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Ethereum Dencun Upgrade to Offer Lower Transaction Fees

2 mins
Updated by Michael Washburn
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In Brief

  • Ethereum prepares for the Dencun network upgrade.
  • The upgrade aims to decrease transaction costs and enable new use cases.
  • The news follows the recent Shapella upgrade, a mere three weeks ago.
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Ethereum Foundation is already preparing for the next network upgrade, named Dencun. Despite the rollout of Shapella happening a mere three weeks ago.

Ethereum’s development ecosystem stands to receive a major upgrade with the impending release of Dencun. This next network upgrade will introduce a number of far-reaching changes. If all goes as hoped, it will cut down on transaction costs and enable new use cases.

What Is the Dencun Upgrade?

Dencun will feature a tentative set of Ethereum Improvement Proposals (EIPs). Ethereum Improvement Proposals (EIPs) are proposals for changes to the Ethereum network. EIPs go through a review process by the Ethereum community, and if they are accepted, become part of the network’s code. The proposals include EIP-4844, EIP-6780, EIP-1153, and EIP-6475.

The first major change in Dencun is EIP-4844, also known as Proto-Danksharding or The Surge. This proposal introduces temporary “data blobs” that can be used by Layer 2 solutions to post transaction and proof data instead of CALLDATA. As blobs are not stored permanently on the blockchain, their gas cost is expected to be markedly lower.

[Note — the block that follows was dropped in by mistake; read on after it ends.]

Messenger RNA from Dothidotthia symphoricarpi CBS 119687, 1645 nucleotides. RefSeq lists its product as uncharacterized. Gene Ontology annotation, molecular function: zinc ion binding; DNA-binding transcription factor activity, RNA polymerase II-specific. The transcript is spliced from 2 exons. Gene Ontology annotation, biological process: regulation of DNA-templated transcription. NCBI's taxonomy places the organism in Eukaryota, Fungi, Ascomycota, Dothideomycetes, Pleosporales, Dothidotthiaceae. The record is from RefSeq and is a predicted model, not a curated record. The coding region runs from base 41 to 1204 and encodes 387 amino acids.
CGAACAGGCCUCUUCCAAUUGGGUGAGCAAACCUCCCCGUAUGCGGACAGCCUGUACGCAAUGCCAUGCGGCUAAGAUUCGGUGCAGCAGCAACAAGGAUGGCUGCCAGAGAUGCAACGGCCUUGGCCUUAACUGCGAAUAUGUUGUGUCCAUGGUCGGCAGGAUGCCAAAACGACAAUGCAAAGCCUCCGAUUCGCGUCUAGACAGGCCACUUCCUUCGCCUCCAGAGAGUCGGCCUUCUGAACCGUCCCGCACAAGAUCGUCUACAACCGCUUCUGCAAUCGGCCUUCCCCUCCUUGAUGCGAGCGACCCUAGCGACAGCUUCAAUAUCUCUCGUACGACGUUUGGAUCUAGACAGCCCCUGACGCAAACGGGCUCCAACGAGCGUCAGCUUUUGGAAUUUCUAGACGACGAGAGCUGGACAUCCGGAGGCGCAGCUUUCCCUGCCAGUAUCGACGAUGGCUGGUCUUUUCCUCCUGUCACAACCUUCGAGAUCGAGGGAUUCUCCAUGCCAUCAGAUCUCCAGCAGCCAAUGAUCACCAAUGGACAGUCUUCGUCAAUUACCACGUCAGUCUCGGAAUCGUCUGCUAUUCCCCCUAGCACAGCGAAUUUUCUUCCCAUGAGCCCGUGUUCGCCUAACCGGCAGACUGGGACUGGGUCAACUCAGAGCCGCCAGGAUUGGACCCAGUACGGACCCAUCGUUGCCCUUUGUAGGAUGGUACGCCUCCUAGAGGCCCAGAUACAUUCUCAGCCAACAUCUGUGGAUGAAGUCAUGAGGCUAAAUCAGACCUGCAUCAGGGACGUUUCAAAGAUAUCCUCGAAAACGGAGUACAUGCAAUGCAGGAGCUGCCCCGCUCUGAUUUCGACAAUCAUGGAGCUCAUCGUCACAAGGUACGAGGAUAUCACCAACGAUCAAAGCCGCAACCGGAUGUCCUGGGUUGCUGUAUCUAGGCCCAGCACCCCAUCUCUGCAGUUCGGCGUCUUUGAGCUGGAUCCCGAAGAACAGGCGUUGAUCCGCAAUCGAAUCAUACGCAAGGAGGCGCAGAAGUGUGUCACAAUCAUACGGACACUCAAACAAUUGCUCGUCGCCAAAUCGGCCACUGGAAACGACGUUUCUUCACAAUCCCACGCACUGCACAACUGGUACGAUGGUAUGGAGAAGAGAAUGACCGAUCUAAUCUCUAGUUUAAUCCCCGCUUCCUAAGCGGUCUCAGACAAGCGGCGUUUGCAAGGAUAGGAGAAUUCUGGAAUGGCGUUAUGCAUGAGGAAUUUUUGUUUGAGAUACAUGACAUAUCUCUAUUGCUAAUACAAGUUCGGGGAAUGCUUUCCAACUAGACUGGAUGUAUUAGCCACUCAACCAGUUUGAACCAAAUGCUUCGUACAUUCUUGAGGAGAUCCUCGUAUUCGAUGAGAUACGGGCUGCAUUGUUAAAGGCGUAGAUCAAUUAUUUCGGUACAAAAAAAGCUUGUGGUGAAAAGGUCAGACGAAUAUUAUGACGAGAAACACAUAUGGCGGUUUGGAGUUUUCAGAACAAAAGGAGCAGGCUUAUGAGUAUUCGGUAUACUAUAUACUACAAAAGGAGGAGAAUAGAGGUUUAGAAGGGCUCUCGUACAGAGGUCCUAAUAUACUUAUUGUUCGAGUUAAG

This change is likely to lower the cost of Layer 2 transactions for users significantly, possibly by an order of magnitude.

Ethereum (ETH) upgrade, long-term investment, network, reward, Shapella, Dencun upgrade
Ethereum’s Shapella upgrade took place only three weeks ago.

Upgrade Still Underway

The second major change is the deactivation of the SELFDESTRUCT opcode with EIP-6780. This proposal allows for the creation and erasure of contracts within a single transaction. However, it will also preserve the functionality of SELFDESTRUCT.

Although, in all other cases, the opcode will not delete the contract’s storage or code.

The third change is EIP-1153, which introduces two new opcodes, TSTORE and TLOAD. Providing transient storage that gets cleared at the end of the transaction. This enables several use cases, from re-entry locks to single-transaction ERC20 approvals.

Lastly, EIP-6475: SSZ Optionals, is a companion to EIP-4844, defining one of the SSZ elements that are part of the 4844 transaction format (Optionals). That’s to ensure it is forward-compatible with future SSZ objects introduced to Ethereum.

Aside from the EIPs that are formally part of the upgrade, client teams have a shortlist of EIPs that may still make it in. Among these are EIP-2537: Precompile for BLS12-381 curve operations, which has been considered since 2019.

While Dencun is an important step in Ethereum’s development, the upgrade is still a work in progress. Modifications to the EIPs are likely as discussions about the best long-term SSZ formats for transactions continue.

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Josh Adams
Josh is a reporter at BeInCrypto. He first worked as a journalist over a decade ago, initially covering music before moving into politics and current affairs. Josh first owned Bitcoin in 2014 and has followed the space ever since. He is particularly interested in Web3 adoption, policy and regulation, CBDCs, privacy, and the future of the metaverse.
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